Live-ish From Monaco Classic Week 2013 – La Belle Classe On The French Riviera
Today we are taking a quick trip to the Principality of Monaco on the French Riviera for Monaco Classic Week 2013 – courtesy of fellow Woody Boater Marty Feletto. Held biennially, Monaco Classic Week is a week-long festival held at sea and on shore from September 11-15 which features a series of events celebrating Monaco’s rich maritime history. – Texx
From the Monaco Yacht Club website – Organized by the Yacht Club de Monaco from 11-15 September 2013, Monaco Classic Week – La Belle Classe reflects Monaco’s unwavering attachment to the sea and its maritime heritage.
The Principality of Monaco enjoys a historic legitimacy when it comes to top level nautical events; from the first sailing regattas held here in 1862, to the motorboat meetings of the early 20th century and, from 1904, the races, presentations, trials and performances of the early combustion engines which attracted Europe’s elite from industry and the aristocracy. They brought Monaco into a privileged circle of maritime nations, making it a regular port of call for the world’s biggest yachts.
Armed with their iPhone cameras, Marty and his girlfriend Debbie snapped these photos from Monaco as the boats arrived for the big show and as the event got under way. They then e-mailed the photos to us from their favorite bar in Monaco which had good WiFi service – as they enjoyed a cold drink (or two).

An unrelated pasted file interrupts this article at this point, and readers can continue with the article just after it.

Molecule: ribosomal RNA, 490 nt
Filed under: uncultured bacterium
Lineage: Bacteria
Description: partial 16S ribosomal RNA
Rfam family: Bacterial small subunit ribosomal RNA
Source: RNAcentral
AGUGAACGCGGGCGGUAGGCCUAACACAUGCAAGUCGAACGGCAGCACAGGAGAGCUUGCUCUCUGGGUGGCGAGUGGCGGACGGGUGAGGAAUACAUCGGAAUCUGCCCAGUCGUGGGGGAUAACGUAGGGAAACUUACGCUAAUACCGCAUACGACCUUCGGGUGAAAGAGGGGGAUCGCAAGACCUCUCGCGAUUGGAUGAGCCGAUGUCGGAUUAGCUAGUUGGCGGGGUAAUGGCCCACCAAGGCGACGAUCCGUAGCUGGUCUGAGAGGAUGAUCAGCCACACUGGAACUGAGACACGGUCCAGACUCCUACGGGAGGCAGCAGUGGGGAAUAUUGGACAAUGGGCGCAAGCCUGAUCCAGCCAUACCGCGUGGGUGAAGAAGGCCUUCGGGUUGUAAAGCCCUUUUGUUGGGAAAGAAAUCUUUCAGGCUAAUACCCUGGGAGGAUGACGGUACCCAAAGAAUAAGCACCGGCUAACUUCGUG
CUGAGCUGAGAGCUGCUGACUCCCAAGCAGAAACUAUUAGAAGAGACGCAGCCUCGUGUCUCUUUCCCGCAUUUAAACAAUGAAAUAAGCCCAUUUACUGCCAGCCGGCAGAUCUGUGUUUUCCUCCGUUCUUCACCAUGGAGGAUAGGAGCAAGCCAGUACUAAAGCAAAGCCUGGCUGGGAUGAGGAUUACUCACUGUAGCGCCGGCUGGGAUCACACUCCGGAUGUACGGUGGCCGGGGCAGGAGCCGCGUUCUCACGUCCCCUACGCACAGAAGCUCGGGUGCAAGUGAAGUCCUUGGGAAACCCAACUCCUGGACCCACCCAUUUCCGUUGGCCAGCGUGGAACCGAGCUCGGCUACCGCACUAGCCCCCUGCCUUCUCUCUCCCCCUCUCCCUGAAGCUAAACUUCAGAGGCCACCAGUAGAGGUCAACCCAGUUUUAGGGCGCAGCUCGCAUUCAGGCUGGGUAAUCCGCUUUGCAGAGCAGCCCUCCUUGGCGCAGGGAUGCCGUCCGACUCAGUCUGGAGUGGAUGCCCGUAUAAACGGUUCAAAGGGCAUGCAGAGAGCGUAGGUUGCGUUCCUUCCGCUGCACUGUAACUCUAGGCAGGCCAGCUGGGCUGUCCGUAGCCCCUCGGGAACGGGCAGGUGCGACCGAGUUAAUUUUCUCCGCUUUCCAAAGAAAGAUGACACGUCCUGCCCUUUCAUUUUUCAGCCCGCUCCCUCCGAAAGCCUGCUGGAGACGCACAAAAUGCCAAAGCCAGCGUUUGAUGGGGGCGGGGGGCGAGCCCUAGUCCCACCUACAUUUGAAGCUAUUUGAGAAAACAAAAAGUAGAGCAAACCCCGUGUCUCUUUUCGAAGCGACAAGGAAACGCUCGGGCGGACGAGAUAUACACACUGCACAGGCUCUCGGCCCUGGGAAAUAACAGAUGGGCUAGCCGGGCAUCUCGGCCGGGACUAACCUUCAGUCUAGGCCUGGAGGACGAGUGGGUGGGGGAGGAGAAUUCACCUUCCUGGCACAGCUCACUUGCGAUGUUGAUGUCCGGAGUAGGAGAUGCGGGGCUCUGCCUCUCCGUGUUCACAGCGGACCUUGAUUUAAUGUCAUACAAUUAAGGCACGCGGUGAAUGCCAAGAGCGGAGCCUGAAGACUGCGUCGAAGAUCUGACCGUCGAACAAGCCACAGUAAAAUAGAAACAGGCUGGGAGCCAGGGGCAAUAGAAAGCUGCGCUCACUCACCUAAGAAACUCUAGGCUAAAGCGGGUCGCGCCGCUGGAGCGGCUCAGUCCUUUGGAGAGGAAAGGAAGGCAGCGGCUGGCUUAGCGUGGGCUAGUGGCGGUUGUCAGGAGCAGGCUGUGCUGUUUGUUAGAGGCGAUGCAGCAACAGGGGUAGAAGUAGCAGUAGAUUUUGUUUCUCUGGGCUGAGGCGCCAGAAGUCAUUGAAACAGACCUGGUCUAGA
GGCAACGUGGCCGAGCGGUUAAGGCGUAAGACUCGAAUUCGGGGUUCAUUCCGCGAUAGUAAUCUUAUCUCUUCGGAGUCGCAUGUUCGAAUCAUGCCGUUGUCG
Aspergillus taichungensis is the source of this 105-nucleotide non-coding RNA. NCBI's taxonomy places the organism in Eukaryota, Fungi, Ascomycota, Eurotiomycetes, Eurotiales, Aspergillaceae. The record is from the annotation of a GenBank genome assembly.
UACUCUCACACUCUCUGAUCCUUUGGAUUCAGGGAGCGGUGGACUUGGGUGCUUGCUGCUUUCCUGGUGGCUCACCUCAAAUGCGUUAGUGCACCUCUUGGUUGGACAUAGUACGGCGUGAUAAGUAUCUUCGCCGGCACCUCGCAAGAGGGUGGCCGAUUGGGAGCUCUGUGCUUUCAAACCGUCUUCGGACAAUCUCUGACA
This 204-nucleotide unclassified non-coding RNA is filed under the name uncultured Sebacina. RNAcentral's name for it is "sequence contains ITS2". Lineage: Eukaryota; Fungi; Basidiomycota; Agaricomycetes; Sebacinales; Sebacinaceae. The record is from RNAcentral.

Marty noted in his e-mail – Texx, Monaco Classics Week is a big deal over here, mostly vintage sailboats – some huge. Probably more wood in this harbor than anywhere in the world this weekend if you consider the sailboats. Lots of Rivas and others as I noted – mostly RHS (Riva Historical Society) members. Some Chris-Crafts including a small Cobra, lots of big old sail boats. Just a nutso Monaco harbor with an assortment of everything including about 30 – 300′ mega yachts.
I am here using a friends Aquariva out of Monaco Boat Service, but not officially part of the event. We have spent time here in Monaco with Lia Riva, Carlo Riva’s daughter, and others which is always a wonderful experience.
Then we are leaving on Saturday to go up to R.A.M. in Sarnico (Revisione Assistenza Motoscafi) and play in Ron’s Ariston. (Also check out the impressive R.A.M. Sarnico website – Texx)